University of Botswana History Department

Electronic texts

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Complete on-line electronic texts of:
David Livingstone, Missionary Travels
Sol Plaatje, Native Life in South Africa
See also further etexts in the Schapera E-library
Black Prince: A Biography of Tshekedi Khama by Michael Crowder
The unfinished typescript by the late Michael Crowder of his biography of Tshekedi Khama (1905-1959)
Glimpses of Bechuana Life (May 1890)
a published account of a visit to Mafikeng in 1890

Project Gutenberg has placed a large number of out-of-copyright texts on-line in plain-text form. These texts, which can be freely downloaded and reproduced, include some of interest to historians of Africa, including Native Life in South Africa by Sol Plaatje, Missionary Travels and Researches in South Africa, by David Livingstone, and works by Olive Schreiner. The Project Gutenberg main site contains complete lists, and links to various extra FTP sites from which the texts can be dowloaded. (This is important because it is likely to be much quicker downloading from a site near you.) There is one such FTP site in South Africa. It will be quicker to download the .zip versions of the files; see below for how to deal with .zip files.

If you are downloading from the South African FTP site, or some other such site, it may be a little difficult to locate the file you want. (In the Project Gutenberg main site you should have no difficulty.) The easiest way to proceed is as follows. First, go to the Project Gutenberg main site and get the complete list of texts. (it is worth downloading and saving this file for future reference.) Find the title you want. Now note (i) the year of its release and (ii) the filename. For example, suppose you are looking for David Livingstone, Missionary Travels. Its entry reads:

Sep 1997 Missionary Travels in South Africa, by Livingstone[]1039

The date of release is 1997, and the filename is The "x"s represent version number and extsnsion, which can vary. The first version will be mtrav10 (for "version 1.0") and the extsnsion may be either .txt (for the actual text file) or .zip (for the ZIP compressed version which is quicker to download. Project Gutenberg texts have been given short filenames of this sort to ensure the widest possible compatibility - although Windows now allows long filenames, DOS only allows eight characters in filenames (not counting the three-character extension).

Now go to the ftp site. The files will be arranged in folders by year of release. Find the 1997 folder (i.e. etext97). In this folder you will find the files mtrav10.txt and Now download one of these. (The .txt file is in its final form; in the case of the .zip file you will need to unzip it after downloading.)

Two texts have been included in this site: David Livingstone, Missionary Travels and Sol Plaatje, Native Life in South Africa. When we first put them on-line, we used the complete electronic text of each book (as one file); but the files were so large that most of our readers found it took an impractically long time to open them. We have therefore split up the files, presenting the books in a series of files, one chapter per file. Readers who would like copies of the complete books will probably find it easiest to download the .zip files from Project Gutenberg or one of its mirrors.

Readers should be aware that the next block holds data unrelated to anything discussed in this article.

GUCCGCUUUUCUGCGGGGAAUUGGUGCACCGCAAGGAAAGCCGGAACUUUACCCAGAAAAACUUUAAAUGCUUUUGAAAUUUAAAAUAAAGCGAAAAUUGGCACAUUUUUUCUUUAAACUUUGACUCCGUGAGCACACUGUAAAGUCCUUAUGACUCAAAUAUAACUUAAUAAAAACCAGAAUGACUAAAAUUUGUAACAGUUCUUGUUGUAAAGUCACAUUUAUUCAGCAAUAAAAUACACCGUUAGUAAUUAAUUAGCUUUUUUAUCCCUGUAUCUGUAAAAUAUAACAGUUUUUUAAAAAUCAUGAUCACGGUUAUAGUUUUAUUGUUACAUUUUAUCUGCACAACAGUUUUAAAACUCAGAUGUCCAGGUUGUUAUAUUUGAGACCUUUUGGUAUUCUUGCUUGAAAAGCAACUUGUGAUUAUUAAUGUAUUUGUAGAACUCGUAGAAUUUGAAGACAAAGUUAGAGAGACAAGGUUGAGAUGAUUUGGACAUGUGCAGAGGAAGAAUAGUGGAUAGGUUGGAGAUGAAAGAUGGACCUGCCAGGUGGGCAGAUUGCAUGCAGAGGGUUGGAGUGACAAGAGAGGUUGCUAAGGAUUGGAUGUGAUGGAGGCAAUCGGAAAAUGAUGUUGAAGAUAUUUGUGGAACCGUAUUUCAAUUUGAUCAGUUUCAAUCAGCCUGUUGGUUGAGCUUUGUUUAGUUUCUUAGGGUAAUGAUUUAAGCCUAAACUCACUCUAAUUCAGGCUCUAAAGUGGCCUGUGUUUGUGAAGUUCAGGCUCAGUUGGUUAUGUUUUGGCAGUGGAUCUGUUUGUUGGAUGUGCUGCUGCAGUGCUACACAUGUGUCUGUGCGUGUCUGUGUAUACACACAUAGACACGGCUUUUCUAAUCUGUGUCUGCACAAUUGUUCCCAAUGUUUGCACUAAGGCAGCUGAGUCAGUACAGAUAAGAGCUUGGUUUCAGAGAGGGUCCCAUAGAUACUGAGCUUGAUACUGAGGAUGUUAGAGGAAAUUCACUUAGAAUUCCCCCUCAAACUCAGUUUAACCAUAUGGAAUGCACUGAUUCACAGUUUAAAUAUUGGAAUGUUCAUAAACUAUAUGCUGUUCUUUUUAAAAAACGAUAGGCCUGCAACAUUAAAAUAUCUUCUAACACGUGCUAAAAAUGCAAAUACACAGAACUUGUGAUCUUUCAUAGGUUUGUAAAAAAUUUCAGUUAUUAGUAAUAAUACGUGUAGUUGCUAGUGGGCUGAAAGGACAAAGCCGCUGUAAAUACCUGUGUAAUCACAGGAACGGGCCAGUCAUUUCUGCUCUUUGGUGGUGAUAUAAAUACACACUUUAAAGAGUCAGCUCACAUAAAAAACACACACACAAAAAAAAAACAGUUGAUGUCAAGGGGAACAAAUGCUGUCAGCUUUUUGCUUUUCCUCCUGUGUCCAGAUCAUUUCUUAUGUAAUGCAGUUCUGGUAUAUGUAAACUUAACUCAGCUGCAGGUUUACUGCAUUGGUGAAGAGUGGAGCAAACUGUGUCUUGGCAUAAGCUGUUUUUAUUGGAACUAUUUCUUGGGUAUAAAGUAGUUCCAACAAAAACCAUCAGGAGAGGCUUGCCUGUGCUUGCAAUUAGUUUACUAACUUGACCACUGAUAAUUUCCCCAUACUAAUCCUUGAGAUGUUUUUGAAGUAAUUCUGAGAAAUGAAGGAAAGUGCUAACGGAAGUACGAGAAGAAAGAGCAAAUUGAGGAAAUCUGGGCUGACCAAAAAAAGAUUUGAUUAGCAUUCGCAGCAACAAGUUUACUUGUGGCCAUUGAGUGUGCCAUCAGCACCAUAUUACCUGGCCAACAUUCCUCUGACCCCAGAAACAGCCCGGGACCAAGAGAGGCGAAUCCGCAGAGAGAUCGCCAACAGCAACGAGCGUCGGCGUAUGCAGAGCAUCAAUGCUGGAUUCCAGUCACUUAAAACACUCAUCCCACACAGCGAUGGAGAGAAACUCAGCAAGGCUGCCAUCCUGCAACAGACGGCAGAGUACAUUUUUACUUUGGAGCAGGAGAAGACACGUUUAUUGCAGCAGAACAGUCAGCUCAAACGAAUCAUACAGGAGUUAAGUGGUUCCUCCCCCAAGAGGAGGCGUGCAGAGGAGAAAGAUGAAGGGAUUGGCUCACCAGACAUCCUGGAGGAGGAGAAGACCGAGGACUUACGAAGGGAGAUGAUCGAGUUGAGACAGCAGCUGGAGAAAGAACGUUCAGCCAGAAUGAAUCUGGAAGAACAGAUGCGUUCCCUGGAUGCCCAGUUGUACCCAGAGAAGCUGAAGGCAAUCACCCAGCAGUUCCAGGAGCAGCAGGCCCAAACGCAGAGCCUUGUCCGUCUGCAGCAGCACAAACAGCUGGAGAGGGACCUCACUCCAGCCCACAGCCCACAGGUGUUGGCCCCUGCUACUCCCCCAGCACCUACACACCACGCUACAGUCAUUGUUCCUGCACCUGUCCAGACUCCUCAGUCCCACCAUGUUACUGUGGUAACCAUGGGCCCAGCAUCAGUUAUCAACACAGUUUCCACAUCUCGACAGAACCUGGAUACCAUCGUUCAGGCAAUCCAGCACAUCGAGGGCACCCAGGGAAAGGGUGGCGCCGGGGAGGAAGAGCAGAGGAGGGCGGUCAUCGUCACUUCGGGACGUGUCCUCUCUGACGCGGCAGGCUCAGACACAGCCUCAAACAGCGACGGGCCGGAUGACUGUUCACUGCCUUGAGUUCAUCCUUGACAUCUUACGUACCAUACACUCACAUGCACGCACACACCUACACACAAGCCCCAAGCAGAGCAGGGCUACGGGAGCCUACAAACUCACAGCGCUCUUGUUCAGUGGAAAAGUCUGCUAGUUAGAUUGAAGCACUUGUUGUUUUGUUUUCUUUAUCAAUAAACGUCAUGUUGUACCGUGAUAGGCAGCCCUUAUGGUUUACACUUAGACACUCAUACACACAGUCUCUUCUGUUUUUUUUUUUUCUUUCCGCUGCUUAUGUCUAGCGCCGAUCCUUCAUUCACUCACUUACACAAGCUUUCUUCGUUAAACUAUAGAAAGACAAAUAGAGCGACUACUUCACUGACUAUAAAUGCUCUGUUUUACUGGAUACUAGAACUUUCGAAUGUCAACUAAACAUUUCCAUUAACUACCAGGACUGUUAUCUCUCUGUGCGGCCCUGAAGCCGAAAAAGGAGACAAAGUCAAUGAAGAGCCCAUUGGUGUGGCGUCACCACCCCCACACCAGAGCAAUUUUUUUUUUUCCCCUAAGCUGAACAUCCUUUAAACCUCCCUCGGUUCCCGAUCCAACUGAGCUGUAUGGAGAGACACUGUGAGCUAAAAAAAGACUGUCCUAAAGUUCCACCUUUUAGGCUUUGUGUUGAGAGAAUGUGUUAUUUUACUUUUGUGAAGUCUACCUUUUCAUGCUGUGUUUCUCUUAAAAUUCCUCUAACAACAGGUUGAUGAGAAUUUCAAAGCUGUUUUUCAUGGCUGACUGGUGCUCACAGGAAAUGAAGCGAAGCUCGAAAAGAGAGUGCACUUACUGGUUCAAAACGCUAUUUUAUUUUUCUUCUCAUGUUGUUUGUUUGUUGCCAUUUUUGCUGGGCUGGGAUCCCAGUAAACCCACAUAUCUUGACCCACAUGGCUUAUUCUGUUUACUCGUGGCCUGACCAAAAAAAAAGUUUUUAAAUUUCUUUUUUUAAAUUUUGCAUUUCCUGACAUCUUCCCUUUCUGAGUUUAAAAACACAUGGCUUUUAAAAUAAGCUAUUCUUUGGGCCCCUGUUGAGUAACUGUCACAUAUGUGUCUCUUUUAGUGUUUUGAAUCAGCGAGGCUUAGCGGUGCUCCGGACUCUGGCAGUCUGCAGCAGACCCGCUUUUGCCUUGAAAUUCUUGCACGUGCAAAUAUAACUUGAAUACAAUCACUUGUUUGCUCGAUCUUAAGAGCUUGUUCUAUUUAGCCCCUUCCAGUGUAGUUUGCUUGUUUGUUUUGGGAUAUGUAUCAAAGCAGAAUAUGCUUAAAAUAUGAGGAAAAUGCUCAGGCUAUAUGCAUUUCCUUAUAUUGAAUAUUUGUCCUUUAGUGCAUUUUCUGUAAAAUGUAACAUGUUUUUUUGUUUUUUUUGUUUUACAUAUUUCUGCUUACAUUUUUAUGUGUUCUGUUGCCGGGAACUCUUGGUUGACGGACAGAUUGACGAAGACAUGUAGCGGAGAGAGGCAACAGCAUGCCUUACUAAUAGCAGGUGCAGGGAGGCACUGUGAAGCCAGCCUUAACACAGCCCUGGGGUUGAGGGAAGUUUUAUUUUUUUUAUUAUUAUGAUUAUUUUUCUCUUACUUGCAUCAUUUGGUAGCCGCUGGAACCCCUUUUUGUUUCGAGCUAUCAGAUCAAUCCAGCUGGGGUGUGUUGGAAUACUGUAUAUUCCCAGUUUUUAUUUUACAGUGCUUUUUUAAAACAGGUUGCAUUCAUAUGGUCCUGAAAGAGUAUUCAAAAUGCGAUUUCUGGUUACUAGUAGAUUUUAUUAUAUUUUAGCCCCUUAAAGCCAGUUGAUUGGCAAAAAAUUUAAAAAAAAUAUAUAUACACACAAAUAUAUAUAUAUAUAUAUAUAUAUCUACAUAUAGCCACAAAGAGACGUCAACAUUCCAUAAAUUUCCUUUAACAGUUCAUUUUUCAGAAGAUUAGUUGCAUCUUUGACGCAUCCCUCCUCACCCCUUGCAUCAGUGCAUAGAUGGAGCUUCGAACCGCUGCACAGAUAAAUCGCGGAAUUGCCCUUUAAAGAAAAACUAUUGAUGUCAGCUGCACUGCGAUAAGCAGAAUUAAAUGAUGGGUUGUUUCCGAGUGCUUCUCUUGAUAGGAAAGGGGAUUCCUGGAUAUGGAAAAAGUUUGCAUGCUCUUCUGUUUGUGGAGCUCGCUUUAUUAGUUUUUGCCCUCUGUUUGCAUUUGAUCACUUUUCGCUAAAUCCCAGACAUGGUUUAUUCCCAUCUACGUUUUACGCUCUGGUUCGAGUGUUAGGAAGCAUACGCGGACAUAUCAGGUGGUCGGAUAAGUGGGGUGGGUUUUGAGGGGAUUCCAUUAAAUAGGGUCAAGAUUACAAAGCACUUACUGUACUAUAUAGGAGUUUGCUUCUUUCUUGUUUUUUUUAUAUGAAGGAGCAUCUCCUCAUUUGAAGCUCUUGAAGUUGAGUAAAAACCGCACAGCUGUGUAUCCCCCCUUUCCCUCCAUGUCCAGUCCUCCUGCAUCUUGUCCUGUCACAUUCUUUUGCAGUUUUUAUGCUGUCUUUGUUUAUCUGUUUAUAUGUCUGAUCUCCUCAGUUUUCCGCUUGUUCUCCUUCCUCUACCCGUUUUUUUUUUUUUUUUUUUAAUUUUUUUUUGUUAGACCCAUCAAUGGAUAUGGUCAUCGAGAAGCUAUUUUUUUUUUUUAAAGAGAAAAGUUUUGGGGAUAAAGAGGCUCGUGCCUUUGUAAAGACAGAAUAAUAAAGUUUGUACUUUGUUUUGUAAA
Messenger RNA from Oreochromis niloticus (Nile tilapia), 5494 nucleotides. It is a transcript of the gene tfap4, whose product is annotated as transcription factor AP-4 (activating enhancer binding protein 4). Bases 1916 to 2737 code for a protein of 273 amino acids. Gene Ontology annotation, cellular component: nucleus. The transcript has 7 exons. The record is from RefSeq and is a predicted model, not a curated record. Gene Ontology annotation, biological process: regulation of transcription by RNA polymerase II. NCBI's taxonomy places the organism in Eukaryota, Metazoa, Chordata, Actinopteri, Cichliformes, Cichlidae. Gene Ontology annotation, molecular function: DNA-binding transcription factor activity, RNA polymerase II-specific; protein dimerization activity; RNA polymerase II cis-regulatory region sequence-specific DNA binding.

[Technical note: Each chapter is an HTML file, but the Project Gutenberg "Vanilla ASCII" text has been included within the HTML files without alteration by enclosing it within <PRE> </PRE> tags]

These are free and out of copyright, but see the legal notice at the start of each text.

Alternatively, you can go to the Project Gutenberg site for a list of ftp download sites for these books both in .txt and .zip versions:

See also Prof. Neil Parsons's introduction for the Project Gutenberg text of Sol Plaatje, Native Life in South Africa.


FTP stands for "File Transfer Protocol". FTP is one of the older methods of using the Internet, pre-dating the HTTP connection used by modern web-browsers. It is still used for transferring large files like Gutenberg texts. Browsers can manage FTP connections for you. However, for downloading Gutenberg texts etc. you may find it useful to use a specialized "FTP client". See the software page for discussion of available free programs.

How to unzip files

To open .zip files you will need an UNZIP program, but these can be got as "freeware" - i.e. software which the creators have made freely available without charge. Such programs can usually be downloaded easily from the Internet. For example, there is a free DOS unzip program available at which is only 30 KB. Place it and the .zip file (say "") in the same directory, and in DOS type
which will produce the unzipped file, say "selo.exe".

There are also more sophisticated Windows unzip programs available free, such as the HJ-Zip (322 KB).

See the software page for more details.

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Copyright © 1999 University of Botswana History Department
Last updated 3 Jan. 2007 [PAGE ENDS]